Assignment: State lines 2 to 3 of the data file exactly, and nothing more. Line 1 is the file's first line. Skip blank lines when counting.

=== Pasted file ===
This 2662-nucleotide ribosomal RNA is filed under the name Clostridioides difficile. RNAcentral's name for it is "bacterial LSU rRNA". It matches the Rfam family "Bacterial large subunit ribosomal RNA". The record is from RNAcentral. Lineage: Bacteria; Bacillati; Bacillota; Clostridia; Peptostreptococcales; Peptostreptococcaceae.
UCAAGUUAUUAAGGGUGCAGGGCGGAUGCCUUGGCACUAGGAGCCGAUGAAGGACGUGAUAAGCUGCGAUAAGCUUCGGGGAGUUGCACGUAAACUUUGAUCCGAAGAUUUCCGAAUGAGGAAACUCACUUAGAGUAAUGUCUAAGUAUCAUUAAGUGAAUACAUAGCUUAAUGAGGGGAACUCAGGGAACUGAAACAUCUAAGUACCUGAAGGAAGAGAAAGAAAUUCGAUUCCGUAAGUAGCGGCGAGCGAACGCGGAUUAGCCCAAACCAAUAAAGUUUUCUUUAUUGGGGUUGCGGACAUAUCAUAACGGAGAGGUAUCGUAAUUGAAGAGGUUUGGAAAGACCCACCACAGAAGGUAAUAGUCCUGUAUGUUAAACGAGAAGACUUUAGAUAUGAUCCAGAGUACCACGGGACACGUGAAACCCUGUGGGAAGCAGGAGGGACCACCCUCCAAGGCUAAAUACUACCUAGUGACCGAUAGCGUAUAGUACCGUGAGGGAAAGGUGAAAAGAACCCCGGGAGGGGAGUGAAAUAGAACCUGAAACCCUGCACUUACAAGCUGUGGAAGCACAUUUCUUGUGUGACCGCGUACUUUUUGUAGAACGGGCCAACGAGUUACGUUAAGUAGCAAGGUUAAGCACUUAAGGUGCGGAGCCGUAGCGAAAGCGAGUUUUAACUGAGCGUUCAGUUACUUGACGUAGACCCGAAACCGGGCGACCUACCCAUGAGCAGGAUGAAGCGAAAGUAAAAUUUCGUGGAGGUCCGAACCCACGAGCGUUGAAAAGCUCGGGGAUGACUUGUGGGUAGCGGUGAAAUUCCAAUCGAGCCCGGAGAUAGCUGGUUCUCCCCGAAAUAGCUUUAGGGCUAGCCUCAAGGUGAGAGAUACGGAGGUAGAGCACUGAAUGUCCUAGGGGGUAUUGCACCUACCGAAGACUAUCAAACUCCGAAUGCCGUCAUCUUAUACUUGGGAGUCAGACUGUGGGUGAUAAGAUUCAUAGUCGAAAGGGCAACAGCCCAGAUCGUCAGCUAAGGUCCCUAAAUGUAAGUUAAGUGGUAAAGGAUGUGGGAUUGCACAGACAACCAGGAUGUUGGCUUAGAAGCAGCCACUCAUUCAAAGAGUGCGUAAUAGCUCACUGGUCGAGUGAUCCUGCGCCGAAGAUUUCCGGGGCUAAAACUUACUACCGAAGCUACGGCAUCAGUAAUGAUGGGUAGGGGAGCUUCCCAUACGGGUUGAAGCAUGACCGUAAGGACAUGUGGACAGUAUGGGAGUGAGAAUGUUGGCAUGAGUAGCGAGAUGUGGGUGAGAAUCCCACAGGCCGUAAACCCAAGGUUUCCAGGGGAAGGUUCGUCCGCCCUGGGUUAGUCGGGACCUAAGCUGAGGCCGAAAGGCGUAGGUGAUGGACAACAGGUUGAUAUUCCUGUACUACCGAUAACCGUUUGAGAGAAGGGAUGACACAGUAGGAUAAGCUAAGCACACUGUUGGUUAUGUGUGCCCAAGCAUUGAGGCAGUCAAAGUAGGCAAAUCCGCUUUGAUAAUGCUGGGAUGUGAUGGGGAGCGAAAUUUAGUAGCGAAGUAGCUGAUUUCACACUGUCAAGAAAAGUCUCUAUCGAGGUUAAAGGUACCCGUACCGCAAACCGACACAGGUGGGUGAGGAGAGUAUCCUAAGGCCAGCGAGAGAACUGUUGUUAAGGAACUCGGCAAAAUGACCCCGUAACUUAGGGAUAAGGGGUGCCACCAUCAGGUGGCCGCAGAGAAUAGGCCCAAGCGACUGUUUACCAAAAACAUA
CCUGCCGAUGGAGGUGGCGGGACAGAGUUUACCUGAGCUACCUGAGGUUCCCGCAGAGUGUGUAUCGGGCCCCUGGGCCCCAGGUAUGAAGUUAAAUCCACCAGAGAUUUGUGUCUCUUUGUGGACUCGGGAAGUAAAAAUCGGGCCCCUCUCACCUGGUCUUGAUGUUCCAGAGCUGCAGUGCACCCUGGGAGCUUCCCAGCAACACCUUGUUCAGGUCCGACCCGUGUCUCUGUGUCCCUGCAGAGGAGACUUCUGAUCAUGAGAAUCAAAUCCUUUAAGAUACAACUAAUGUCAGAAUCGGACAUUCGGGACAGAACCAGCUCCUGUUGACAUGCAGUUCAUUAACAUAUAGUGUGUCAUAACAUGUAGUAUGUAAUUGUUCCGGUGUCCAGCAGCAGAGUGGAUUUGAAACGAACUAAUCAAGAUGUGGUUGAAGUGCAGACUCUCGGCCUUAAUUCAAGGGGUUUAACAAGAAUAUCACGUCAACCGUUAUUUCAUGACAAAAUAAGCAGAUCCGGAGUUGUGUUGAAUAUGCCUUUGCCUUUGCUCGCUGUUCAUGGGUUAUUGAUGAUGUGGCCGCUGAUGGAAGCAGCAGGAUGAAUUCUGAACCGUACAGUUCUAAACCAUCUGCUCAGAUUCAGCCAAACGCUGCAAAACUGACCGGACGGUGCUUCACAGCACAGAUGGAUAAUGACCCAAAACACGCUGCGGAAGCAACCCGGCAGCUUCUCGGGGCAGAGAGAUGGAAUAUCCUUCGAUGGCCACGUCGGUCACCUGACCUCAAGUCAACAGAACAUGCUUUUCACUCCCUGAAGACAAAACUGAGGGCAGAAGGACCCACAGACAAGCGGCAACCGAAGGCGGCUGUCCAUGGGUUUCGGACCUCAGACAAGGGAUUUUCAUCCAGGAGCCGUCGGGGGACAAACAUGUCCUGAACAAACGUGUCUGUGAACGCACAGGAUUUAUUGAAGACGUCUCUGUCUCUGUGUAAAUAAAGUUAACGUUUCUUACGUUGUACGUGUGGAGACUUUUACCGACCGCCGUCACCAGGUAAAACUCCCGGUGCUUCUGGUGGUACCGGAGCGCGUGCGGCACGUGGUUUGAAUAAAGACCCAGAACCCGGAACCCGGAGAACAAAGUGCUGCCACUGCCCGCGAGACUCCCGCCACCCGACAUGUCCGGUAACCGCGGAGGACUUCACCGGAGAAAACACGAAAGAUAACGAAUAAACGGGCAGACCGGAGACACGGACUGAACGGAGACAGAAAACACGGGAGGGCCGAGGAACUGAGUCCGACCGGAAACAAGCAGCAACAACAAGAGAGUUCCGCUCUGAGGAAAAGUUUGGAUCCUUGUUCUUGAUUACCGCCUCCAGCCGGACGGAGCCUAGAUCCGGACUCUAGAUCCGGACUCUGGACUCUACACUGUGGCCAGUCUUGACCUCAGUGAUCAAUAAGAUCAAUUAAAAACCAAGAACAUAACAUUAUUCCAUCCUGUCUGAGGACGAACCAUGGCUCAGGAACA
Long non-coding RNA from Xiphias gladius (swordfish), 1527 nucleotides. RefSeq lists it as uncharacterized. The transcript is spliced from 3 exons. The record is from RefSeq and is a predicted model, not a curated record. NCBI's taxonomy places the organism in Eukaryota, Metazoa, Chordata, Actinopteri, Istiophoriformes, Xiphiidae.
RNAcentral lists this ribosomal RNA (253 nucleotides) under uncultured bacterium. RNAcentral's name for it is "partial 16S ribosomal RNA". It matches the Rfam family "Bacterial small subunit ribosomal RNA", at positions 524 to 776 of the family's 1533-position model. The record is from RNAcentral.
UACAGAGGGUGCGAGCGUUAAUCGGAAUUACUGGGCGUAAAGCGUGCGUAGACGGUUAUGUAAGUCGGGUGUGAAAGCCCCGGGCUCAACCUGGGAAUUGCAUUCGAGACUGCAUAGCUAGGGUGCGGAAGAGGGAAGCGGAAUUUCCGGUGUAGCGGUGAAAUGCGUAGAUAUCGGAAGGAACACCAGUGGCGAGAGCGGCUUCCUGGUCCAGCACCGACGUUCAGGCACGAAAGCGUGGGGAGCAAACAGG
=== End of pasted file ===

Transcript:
UCAAGUUAUUAAGGGUGCAGGGCGGAUGCCUUGGCACUAGGAGCCGAUGAAGGACGUGAUAAGCUGCGAUAAGCUUCGGGGAGUUGCACGUAAACUUUGAUCCGAAGAUUUCCGAAUGAGGAAACUCACUUAGAGUAAUGUCUAAGUAUCAUUAAGUGAAUACAUAGCUUAAUGAGGGGAACUCAGGGAACUGAAACAUCUAAGUACCUGAAGGAAGAGAAAGAAAUUCGAUUCCGUAAGUAGCGGCGAGCGAACGCGGAUUAGCCCAAACCAAUAAAGUUUUCUUUAUUGGGGUUGCGGACAUAUCAUAACGGAGAGGUAUCGUAAUUGAAGAGGUUUGGAAAGACCCACCACAGAAGGUAAUAGUCCUGUAUGUUAAACGAGAAGACUUUAGAUAUGAUCCAGAGUACCACGGGACACGUGAAACCCUGUGGGAAGCAGGAGGGACCACCCUCCAAGGCUAAAUACUACCUAGUGACCGAUAGCGUAUAGUACCGUGAGGGAAAGGUGAAAAGAACCCCGGGAGGGGAGUGAAAUAGAACCUGAAACCCUGCACUUACAAGCUGUGGAAGCACAUUUCUUGUGUGACCGCGUACUUUUUGUAGAACGGGCCAACGAGUUACGUUAAGUAGCAAGGUUAAGCACUUAAGGUGCGGAGCCGUAGCGAAAGCGAGUUUUAACUGAGCGUUCAGUUACUUGACGUAGACCCGAAACCGGGCGACCUACCCAUGAGCAGGAUGAAGCGAAAGUAAAAUUUCGUGGAGGUCCGAACCCACGAGCGUUGAAAAGCUCGGGGAUGACUUGUGGGUAGCGGUGAAAUUCCAAUCGAGCCCGGAGAUAGCUGGUUCUCCCCGAAAUAGCUUUAGGGCUAGCCUCAAGGUGAGAGAUACGGAGGUAGAGCACUGAAUGUCCUAGGGGGUAUUGCACCUACCGAAGACUAUCAAACUCCGAAUGCCGUCAUCUUAUACUUGGGAGUCAGACUGUGGGUGAUAAGAUUCAUAGUCGAAAGGGCAACAGCCCAGAUCGUCAGCUAAGGUCCCUAAAUGUAAGUUAAGUGGUAAAGGAUGUGGGAUUGCACAGACAACCAGGAUGUUGGCUUAGAAGCAGCCACUCAUUCAAAGAGUGCGUAAUAGCUCACUGGUCGAGUGAUCCUGCGCCGAAGAUUUCCGGGGCUAAAACUUACUACCGAAGCUACGGCAUCAGUAAUGAUGGGUAGGGGAGCUUCCCAUACGGGUUGAAGCAUGACCGUAAGGACAUGUGGACAGUAUGGGAGUGAGAAUGUUGGCAUGAGUAGCGAGAUGUGGGUGAGAAUCCCACAGGCCGUAAACCCAAGGUUUCCAGGGGAAGGUUCGUCCGCCCUGGGUUAGUCGGGACCUAAGCUGAGGCCGAAAGGCGUAGGUGAUGGACAACAGGUUGAUAUUCCUGUACUACCGAUAACCGUUUGAGAGAAGGGAUGACACAGUAGGAUAAGCUAAGCACACUGUUGGUUAUGUGUGCCCAAGCAUUGAGGCAGUCAAAGUAGGCAAAUCCGCUUUGAUAAUGCUGGGAUGUGAUGGGGAGCGAAAUUUAGUAGCGAAGUAGCUGAUUUCACACUGUCAAGAAAAGUCUCUAUCGAGGUUAAAGGUACCCGUACCGCAAACCGACACAGGUGGGUGAGGAGAGUAUCCUAAGGCCAGCGAGAGAACUGUUGUUAAGGAACUCGGCAAAAUGACCCCGUAACUUAGGGAUAAGGGGUGCCACCAUCAGGUGGCCGCAGAGAAUAGGCCCAAGCGACUGUUUACCAAAAACAUA
CCUGCCGAUGGAGGUGGCGGGACAGAGUUUACCUGAGCUACCUGAGGUUCCCGCAGAGUGUGUAUCGGGCCCCUGGGCCCCAGGUAUGAAGUUAAAUCCACCAGAGAUUUGUGUCUCUUUGUGGACUCGGGAAGUAAAAAUCGGGCCCCUCUCACCUGGUCUUGAUGUUCCAGAGCUGCAGUGCACCCUGGGAGCUUCCCAGCAACACCUUGUUCAGGUCCGACCCGUGUCUCUGUGUCCCUGCAGAGGAGACUUCUGAUCAUGAGAAUCAAAUCCUUUAAGAUACAACUAAUGUCAGAAUCGGACAUUCGGGACAGAACCAGCUCCUGUUGACAUGCAGUUCAUUAACAUAUAGUGUGUCAUAACAUGUAGUAUGUAAUUGUUCCGGUGUCCAGCAGCAGAGUGGAUUUGAAACGAACUAAUCAAGAUGUGGUUGAAGUGCAGACUCUCGGCCUUAAUUCAAGGGGUUUAACAAGAAUAUCACGUCAACCGUUAUUUCAUGACAAAAUAAGCAGAUCCGGAGUUGUGUUGAAUAUGCCUUUGCCUUUGCUCGCUGUUCAUGGGUUAUUGAUGAUGUGGCCGCUGAUGGAAGCAGCAGGAUGAAUUCUGAACCGUACAGUUCUAAACCAUCUGCUCAGAUUCAGCCAAACGCUGCAAAACUGACCGGACGGUGCUUCACAGCACAGAUGGAUAAUGACCCAAAACACGCUGCGGAAGCAACCCGGCAGCUUCUCGGGGCAGAGAGAUGGAAUAUCCUUCGAUGGCCACGUCGGUCACCUGACCUCAAGUCAACAGAACAUGCUUUUCACUCCCUGAAGACAAAACUGAGGGCAGAAGGACCCACAGACAAGCGGCAACCGAAGGCGGCUGUCCAUGGGUUUCGGACCUCAGACAAGGGAUUUUCAUCCAGGAGCCGUCGGGGGACAAACAUGUCCUGAACAAACGUGUCUGUGAACGCACAGGAUUUAUUGAAGACGUCUCUGUCUCUGUGUAAAUAAAGUUAACGUUUCUUACGUUGUACGUGUGGAGACUUUUACCGACCGCCGUCACCAGGUAAAACUCCCGGUGCUUCUGGUGGUACCGGAGCGCGUGCGGCACGUGGUUUGAAUAAAGACCCAGAACCCGGAACCCGGAGAACAAAGUGCUGCCACUGCCCGCGAGACUCCCGCCACCCGACAUGUCCGGUAACCGCGGAGGACUUCACCGGAGAAAACACGAAAGAUAACGAAUAAACGGGCAGACCGGAGACACGGACUGAACGGAGACAGAAAACACGGGAGGGCCGAGGAACUGAGUCCGACCGGAAACAAGCAGCAACAACAAGAGAGUUCCGCUCUGAGGAAAAGUUUGGAUCCUUGUUCUUGAUUACCGCCUCCAGCCGGACGGAGCCUAGAUCCGGACUCUAGAUCCGGACUCUGGACUCUACACUGUGGCCAGUCUUGACCUCAGUGAUCAAUAAGAUCAAUUAAAAACCAAGAACAUAACAUUAUUCCAUCCUGUCUGAGGACGAACCAUGGCUCAGGAACA